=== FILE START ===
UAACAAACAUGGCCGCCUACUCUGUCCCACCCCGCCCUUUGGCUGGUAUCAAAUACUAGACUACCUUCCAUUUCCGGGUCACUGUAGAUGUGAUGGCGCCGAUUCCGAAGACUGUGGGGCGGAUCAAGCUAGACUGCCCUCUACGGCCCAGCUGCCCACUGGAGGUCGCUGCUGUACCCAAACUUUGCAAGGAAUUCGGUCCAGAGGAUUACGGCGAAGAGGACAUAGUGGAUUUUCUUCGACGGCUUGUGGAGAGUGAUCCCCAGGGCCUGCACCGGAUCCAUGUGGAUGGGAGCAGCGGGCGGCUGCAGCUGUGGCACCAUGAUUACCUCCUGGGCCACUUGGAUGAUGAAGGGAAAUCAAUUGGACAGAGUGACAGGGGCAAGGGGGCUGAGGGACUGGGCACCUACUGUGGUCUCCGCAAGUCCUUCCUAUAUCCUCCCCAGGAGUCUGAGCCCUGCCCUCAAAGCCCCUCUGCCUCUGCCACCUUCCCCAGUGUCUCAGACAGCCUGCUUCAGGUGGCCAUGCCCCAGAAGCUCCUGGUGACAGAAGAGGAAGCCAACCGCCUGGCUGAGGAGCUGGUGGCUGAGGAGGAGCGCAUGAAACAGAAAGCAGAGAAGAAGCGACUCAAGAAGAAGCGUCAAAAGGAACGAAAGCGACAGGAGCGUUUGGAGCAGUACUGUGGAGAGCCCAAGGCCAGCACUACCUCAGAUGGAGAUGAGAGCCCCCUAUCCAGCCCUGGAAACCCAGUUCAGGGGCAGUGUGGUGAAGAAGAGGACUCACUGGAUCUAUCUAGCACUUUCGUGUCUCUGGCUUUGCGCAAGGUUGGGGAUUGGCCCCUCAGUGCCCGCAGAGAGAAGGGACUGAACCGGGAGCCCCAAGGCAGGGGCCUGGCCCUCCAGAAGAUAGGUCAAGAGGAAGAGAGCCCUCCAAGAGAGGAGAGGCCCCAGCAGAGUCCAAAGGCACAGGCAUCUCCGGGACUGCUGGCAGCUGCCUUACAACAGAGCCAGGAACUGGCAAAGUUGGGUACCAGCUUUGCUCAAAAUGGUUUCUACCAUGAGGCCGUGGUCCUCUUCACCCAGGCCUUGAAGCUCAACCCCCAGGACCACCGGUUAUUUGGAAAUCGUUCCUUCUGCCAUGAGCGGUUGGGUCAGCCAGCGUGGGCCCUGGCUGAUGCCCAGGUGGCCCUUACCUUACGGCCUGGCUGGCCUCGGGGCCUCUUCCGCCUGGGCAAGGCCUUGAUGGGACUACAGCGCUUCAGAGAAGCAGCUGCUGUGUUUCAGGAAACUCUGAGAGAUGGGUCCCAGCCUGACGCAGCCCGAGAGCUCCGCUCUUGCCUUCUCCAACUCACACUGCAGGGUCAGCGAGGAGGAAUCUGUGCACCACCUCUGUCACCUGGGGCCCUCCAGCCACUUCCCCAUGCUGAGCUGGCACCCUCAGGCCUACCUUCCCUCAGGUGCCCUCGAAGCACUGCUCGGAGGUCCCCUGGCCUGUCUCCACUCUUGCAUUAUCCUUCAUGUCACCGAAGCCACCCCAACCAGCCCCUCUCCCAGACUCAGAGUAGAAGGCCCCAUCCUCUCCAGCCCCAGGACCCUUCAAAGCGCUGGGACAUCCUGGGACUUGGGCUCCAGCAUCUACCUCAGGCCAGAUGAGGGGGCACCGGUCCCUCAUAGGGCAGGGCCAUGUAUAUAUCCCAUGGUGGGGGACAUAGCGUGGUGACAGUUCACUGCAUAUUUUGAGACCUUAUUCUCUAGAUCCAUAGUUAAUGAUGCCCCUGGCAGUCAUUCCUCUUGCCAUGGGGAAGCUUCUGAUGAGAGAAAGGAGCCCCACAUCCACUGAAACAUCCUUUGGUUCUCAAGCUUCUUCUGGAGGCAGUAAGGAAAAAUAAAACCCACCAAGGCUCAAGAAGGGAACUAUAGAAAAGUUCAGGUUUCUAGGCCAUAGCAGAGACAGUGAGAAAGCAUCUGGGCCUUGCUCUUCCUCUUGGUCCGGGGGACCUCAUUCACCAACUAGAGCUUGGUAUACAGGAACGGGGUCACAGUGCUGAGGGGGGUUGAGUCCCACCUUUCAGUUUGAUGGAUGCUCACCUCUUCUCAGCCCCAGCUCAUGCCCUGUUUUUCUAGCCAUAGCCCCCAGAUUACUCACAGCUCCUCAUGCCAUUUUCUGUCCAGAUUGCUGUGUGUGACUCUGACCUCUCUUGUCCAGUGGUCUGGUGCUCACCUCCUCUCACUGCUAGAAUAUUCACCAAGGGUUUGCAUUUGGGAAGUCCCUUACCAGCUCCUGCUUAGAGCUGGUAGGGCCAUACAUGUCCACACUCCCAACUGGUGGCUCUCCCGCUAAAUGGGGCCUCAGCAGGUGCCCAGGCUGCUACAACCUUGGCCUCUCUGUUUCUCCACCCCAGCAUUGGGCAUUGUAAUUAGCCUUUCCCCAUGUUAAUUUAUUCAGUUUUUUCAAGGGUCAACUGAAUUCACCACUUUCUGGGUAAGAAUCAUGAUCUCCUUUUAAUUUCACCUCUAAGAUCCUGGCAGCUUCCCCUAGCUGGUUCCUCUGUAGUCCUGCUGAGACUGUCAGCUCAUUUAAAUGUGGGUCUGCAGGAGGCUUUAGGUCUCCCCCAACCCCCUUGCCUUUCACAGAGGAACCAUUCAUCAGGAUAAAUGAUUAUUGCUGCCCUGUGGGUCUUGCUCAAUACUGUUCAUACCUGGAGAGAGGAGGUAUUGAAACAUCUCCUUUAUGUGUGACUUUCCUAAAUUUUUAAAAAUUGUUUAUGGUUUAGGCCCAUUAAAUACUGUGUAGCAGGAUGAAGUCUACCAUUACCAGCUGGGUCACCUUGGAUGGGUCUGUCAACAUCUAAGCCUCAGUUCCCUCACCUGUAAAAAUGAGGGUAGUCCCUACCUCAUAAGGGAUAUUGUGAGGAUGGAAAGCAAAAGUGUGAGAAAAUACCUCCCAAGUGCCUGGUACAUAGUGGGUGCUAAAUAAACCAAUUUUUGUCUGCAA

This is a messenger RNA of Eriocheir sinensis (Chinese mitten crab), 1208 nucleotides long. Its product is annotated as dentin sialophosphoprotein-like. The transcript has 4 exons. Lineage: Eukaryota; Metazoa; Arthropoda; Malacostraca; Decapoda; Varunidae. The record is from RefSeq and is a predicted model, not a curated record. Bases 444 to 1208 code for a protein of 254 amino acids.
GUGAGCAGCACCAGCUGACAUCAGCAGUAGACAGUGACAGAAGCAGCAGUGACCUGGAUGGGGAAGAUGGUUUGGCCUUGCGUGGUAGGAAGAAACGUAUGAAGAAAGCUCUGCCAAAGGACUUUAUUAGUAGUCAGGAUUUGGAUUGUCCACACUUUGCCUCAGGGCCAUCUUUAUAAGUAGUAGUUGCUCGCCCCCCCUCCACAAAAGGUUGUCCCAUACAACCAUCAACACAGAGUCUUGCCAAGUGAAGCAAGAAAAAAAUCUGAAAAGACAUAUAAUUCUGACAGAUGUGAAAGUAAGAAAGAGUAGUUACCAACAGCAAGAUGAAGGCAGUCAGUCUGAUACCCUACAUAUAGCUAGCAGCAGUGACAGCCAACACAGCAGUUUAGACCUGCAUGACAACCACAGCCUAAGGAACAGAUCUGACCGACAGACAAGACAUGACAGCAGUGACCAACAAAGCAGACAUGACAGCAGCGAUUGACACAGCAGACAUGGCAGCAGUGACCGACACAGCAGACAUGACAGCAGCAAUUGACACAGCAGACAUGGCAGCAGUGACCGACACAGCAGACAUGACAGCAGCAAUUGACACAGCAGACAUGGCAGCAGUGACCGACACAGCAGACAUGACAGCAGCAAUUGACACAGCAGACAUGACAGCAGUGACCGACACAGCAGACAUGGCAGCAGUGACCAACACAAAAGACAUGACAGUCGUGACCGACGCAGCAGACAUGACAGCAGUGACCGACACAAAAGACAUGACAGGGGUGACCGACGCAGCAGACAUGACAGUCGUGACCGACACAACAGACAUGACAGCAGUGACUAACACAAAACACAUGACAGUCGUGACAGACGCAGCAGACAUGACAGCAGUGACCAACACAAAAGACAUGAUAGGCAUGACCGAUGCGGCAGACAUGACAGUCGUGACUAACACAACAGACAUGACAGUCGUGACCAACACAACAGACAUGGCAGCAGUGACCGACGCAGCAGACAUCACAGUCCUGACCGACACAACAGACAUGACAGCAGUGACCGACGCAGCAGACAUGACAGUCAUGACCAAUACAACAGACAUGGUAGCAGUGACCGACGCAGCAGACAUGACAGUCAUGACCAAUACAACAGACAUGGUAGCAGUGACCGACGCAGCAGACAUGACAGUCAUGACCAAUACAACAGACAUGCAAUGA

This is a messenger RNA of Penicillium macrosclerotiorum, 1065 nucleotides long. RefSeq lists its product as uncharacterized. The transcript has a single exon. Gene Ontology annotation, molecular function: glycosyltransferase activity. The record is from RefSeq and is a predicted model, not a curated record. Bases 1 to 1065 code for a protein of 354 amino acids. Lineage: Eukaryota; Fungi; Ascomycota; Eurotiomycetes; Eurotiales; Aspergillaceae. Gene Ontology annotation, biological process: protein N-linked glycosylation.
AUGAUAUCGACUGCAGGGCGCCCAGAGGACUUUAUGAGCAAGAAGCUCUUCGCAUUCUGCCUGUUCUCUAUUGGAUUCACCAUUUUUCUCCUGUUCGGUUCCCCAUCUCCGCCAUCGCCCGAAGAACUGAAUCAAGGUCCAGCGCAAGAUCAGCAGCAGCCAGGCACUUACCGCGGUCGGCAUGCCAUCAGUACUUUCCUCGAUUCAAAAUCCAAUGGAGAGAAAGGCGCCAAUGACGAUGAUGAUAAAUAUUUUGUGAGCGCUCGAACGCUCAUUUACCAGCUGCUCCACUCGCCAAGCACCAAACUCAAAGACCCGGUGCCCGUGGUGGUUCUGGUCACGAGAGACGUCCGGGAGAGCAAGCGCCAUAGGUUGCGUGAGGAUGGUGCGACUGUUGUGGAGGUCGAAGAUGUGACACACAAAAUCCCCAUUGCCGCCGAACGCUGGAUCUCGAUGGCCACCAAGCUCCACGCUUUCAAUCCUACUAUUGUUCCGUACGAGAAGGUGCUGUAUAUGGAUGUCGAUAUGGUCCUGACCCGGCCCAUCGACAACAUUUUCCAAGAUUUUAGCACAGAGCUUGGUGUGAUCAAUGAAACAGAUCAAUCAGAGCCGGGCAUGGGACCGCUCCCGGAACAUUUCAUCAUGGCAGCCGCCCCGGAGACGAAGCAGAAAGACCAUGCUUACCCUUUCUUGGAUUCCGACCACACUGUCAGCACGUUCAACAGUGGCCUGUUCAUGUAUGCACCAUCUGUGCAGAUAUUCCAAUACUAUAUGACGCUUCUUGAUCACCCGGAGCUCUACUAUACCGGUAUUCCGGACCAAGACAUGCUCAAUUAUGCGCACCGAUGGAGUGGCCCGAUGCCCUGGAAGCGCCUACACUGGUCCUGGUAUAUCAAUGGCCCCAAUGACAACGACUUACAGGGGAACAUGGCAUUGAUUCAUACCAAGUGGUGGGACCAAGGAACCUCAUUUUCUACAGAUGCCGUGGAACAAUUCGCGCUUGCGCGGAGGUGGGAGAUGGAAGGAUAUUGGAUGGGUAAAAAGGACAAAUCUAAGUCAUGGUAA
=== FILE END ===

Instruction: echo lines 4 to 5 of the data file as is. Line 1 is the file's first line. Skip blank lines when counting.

This is a messenger RNA of Penicillium macrosclerotiorum, 1065 nucleotides long. RefSeq lists its product as uncharacterized. The transcript has a single exon. Gene Ontology annotation, molecular function: glycosyltransferase activity. The record is from RefSeq and is a predicted model, not a curated record. Bases 1 to 1065 code for a protein of 354 amino acids. Lineage: Eukaryota; Fungi; Ascomycota; Eurotiomycetes; Eurotiales; Aspergillaceae. Gene Ontology annotation, biological process: protein N-linked glycosylation.
AUGAUAUCGACUGCAGGGCGCCCAGAGGACUUUAUGAGCAAGAAGCUCUUCGCAUUCUGCCUGUUCUCUAUUGGAUUCACCAUUUUUCUCCUGUUCGGUUCCCCAUCUCCGCCAUCGCCCGAAGAACUGAAUCAAGGUCCAGCGCAAGAUCAGCAGCAGCCAGGCACUUACCGCGGUCGGCAUGCCAUCAGUACUUUCCUCGAUUCAAAAUCCAAUGGAGAGAAAGGCGCCAAUGACGAUGAUGAUAAAUAUUUUGUGAGCGCUCGAACGCUCAUUUACCAGCUGCUCCACUCGCCAAGCACCAAACUCAAAGACCCGGUGCCCGUGGUGGUUCUGGUCACGAGAGACGUCCGGGAGAGCAAGCGCCAUAGGUUGCGUGAGGAUGGUGCGACUGUUGUGGAGGUCGAAGAUGUGACACACAAAAUCCCCAUUGCCGCCGAACGCUGGAUCUCGAUGGCCACCAAGCUCCACGCUUUCAAUCCUACUAUUGUUCCGUACGAGAAGGUGCUGUAUAUGGAUGUCGAUAUGGUCCUGACCCGGCCCAUCGACAACAUUUUCCAAGAUUUUAGCACAGAGCUUGGUGUGAUCAAUGAAACAGAUCAAUCAGAGCCGGGCAUGGGACCGCUCCCGGAACAUUUCAUCAUGGCAGCCGCCCCGGAGACGAAGCAGAAAGACCAUGCUUACCCUUUCUUGGAUUCCGACCACACUGUCAGCACGUUCAACAGUGGCCUGUUCAUGUAUGCACCAUCUGUGCAGAUAUUCCAAUACUAUAUGACGCUUCUUGAUCACCCGGAGCUCUACUAUACCGGUAUUCCGGACCAAGACAUGCUCAAUUAUGCGCACCGAUGGAGUGGCCCGAUGCCCUGGAAGCGCCUACACUGGUCCUGGUAUAUCAAUGGCCCCAAUGACAACGACUUACAGGGGAACAUGGCAUUGAUUCAUACCAAGUGGUGGGACCAAGGAACCUCAUUUUCUACAGAUGCCGUGGAACAAUUCGCGCUUGCGCGGAGGUGGGAGAUGGAAGGAUAUUGGAUGGGUAAAAAGGACAAAUCUAAGUCAUGGUAA